By Allison Perry ‘08
There’s nothing like a cold glass of water. It’s refreshing, revitalizing and we need it to survive. Yet for some, a simple drink of water can be deadly. In developing nations around the world, millions of people are exposed to and consume impure, contaminated water.
Drinking or using this water for daily purposes may make users susceptible to life-threatening diseases.
After graduating from Geneva in 1977, John Hays began working for the water department in Washington, Iowa. He spent the majority of his life providing clean, pure water to this midwest town, but when he saw an article describing the deadly effects of bacteria in water, he decided it was time to make a career change.
Hays launched an initiative called International Water Management Systems through the Pure Water for All Foundation. Dedicated to providing safe water to people everywhere, this faith-based company provides water purifiers and chlorine generators to developing nations at a decreased cost.
When he became the superintendent of the water department, Hays utilized his expertise and knowledge of water to create a chlorine generator. This hand-held device can purify water for hundreds of people, yet is small enough to transport easily throughout villages and other rural communities.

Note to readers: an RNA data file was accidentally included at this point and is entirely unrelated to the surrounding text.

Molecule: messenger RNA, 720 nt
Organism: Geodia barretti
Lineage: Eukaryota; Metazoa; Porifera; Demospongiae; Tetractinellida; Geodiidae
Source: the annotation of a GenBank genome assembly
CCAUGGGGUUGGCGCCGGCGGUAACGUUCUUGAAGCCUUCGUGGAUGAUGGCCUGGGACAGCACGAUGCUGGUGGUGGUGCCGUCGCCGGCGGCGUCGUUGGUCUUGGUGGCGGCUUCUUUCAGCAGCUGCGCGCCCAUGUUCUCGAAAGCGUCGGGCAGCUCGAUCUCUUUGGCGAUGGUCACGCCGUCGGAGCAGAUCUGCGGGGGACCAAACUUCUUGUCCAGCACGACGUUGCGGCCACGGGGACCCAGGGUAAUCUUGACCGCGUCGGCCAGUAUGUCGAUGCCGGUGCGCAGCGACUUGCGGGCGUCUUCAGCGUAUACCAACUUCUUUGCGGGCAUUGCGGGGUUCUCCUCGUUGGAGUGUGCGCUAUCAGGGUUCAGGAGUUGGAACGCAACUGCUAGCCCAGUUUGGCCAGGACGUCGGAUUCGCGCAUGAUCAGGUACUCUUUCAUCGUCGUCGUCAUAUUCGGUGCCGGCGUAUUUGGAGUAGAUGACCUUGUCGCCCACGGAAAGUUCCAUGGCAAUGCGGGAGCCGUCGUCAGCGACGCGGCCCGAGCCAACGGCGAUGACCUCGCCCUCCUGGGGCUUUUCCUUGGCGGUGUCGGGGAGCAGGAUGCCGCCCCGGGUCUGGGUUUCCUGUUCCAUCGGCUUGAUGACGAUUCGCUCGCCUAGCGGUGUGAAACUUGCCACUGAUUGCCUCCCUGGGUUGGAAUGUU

“I designed this unit to make ‘pristine’ water,” Hays says, and for people in villages throughout Africa and Latin America, this “pristine water” has transformed their way of life.
Families, as well as organizations such as hospitals and orphanages, now have access to water free from contamination or disease.
Hays witnessed this transformation first-hand in Tanzania, where villages served by the chlorine generator experienced a decrease in typhoid fever cases and infant mortality rates.
Now there are over 200 units in 18 countries, and Hays has personally delivered units to villages in Nicaragua, Tanzania and Mexico. But each time he makes a trip, he brings more than chlorine generators to the villagers— he also brings Bibles and shares the good news of Jesus Christ.
“The result of that goes far beyond giving water,” he says. “I am actually seeing physical and spiritual lives being saved.”
The first biopsychology major graduated in 2012 and has been hired as an IOM Tech in UPMC’s Center for Clinical Neurophysiology (CCN).